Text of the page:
“Then when he says he can’t use his arms without pain, we show motion pictures of him whipping a golf club in an arc.
“Well, the jurors don’t like it. They feel we’ve trapped the fellow. They’ll cut their verdicts down all right, but they are left with a feeling of antagonism toward the insurance carrier.
“So now we have worked out certain refinements which we feel will improve our public relations.”
“Go ahead,” Bertha said.
“Well now, for instance, we’ll start with Helmann Bruno,” Breckinridge said. “He’s married but has no children. He has his own business, a manufacturer’s agency, which keeps him on the road quite a bit of the time.
“So we laid a trap for Mr. Helmann Bruno, because our adjuster sized him up as a phoney right from the start.”
“What did you do?” Bertha asked.
“This, of course, is confidential,” Breckinridge said.
Bertha’s diamonds glittered as she swept her hand in an inclusive circular gesture. “Within the four walls of the office,” she promised.
“Well,” Breckinridge said, “we had some circulars printed about a so-called contest. The contest is so absurdly easy a man can’t resist taking a fling. He is supposed to tell in fifty words or less why he likes a certain product. We send a printed business envelope and a blank so that all the man has to do when he receives our letter is sit there for a moment, write fifty words, stick the message in the envelope and the envelope in the mail. He can’t possibly lose anything and he stands a chance of winning all sorts of glittering prizes.”
“Who pays for this contest and who judges it?” Bertha asked.
Breckinridge grinned. “The contest has a very limited mailing list, Mrs. Cool. Actually, we send it out only to persons who are making false claims against the company and every one of those persons who replies wins a prize.”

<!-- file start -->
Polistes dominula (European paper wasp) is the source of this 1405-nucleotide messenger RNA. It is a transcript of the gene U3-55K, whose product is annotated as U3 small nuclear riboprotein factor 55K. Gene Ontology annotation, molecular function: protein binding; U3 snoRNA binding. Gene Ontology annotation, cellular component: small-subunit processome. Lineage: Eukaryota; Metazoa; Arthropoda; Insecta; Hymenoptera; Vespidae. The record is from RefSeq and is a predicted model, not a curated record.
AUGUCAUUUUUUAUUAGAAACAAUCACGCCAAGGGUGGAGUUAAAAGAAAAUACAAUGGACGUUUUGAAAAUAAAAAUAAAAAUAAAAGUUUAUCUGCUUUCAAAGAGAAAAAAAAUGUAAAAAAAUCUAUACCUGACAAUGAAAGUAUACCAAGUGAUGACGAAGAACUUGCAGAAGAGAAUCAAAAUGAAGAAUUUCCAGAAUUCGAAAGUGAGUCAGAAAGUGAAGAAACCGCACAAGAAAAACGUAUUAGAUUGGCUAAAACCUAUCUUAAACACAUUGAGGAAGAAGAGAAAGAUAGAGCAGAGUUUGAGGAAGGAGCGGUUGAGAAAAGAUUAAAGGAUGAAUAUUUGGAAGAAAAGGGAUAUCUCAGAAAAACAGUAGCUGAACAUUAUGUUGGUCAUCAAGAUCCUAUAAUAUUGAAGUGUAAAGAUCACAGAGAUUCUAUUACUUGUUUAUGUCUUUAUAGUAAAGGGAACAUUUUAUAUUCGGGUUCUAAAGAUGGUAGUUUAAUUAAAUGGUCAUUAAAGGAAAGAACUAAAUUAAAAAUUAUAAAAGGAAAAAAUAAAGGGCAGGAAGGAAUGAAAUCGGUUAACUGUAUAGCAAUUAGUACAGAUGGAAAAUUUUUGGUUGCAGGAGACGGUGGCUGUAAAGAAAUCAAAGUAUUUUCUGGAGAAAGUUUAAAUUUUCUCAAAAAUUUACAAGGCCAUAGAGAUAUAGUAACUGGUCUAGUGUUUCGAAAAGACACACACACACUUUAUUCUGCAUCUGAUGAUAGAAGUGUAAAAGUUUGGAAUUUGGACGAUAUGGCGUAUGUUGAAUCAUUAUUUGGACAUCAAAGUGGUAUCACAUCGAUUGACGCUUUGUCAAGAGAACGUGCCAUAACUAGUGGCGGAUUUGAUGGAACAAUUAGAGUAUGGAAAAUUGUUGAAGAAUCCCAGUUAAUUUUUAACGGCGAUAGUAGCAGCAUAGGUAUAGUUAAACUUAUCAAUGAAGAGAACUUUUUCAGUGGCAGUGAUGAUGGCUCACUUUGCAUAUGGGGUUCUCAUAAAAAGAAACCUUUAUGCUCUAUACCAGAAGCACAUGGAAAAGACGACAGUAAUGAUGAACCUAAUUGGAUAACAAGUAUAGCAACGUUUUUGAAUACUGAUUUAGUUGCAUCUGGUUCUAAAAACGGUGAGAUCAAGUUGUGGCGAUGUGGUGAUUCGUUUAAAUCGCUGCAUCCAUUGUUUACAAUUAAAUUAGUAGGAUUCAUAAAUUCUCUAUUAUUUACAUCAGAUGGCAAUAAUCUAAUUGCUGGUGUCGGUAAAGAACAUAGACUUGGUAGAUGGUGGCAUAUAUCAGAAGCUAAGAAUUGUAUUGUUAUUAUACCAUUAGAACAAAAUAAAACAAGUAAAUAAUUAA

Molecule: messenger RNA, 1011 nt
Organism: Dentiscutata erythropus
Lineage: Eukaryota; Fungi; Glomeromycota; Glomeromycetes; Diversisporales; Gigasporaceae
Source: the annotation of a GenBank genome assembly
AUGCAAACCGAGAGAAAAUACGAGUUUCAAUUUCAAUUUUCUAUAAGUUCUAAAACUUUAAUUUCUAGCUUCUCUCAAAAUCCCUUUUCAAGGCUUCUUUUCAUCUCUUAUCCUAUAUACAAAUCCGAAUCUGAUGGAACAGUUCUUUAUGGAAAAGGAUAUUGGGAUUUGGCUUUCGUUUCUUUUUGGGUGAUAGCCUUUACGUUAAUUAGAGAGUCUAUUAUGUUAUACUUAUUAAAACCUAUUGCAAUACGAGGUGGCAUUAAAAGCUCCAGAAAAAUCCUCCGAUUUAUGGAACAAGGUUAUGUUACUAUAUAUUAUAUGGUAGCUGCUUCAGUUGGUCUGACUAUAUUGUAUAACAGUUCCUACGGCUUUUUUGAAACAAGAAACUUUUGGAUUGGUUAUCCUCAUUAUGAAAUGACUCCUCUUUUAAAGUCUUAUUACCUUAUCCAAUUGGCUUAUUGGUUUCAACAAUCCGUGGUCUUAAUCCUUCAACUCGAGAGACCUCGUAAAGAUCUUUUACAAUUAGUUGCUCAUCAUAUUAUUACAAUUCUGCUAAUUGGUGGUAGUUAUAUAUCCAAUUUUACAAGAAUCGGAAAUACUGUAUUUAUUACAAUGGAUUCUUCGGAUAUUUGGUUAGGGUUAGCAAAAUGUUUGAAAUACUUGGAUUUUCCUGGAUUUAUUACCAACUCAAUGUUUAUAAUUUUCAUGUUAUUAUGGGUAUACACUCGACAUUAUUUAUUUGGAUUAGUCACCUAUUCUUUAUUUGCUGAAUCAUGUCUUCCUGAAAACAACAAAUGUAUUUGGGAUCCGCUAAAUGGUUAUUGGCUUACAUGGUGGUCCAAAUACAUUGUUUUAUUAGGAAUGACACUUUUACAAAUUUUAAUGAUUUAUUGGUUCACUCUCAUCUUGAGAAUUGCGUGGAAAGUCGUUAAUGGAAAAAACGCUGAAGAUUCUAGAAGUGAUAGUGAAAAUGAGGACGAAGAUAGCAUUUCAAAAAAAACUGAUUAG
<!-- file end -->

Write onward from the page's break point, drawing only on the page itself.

Bertha’s eyebrows came up.
“The prize which the man wins,” Breckinridge said, “will always be the same. We’ll send him to the Butte Valley Guest Ranch at Tucson, Arizona.”
“Why this particular dude ranch?” I asked.
“Because the hostess, Dolores Ferrol, is under retainer from us; because the routine is such that a person who doesn’t go horseback riding is very much out of things during the morning, and if he doesn’t swim, play golf or volleyball in the afternoon, he’s not going to enjoy himself.
“The ‘dudes’ return from a morning horseback ride tired and dusty; the swimming pool is cool and inviting; lunch is served by the pool.
“Now then, we had originally planned to have our detectives all ready to entice this malingerer into the communal activities.
“Jurors won’t like that. We’d have to put our man on the stand and ask him his name and his occupation and he’d say he was in our employ as a detective and then go on and tell what had happened and show motion pictures of the guy doing high dives, playing golf and riding horseback.
“Then the attorney for the plaintiff would take him on cross-examination and some of those attorneys are remarkably clever. They couldn’t talk much about their client because the photographs would show that we had the deadwood on him, but they’d start talking about the witness. They’d say, ‘You are in the employ of the All Purpose Insurance Company?’
“ ‘That’s right.’
“ ‘And you went down there with the deliberate intention of luring this plaintiff into all sorts of physical activities so that he could be photographed?’
“ ‘Yes, sir.’
“‘And the insurance company paid all your expenses and paid you a salary to boot. And you expect they’re going to keep on paying you a salary as long as your services are satisfactory?’
“ ‘Yes, sir.’
“ ‘And you went down there intending to lure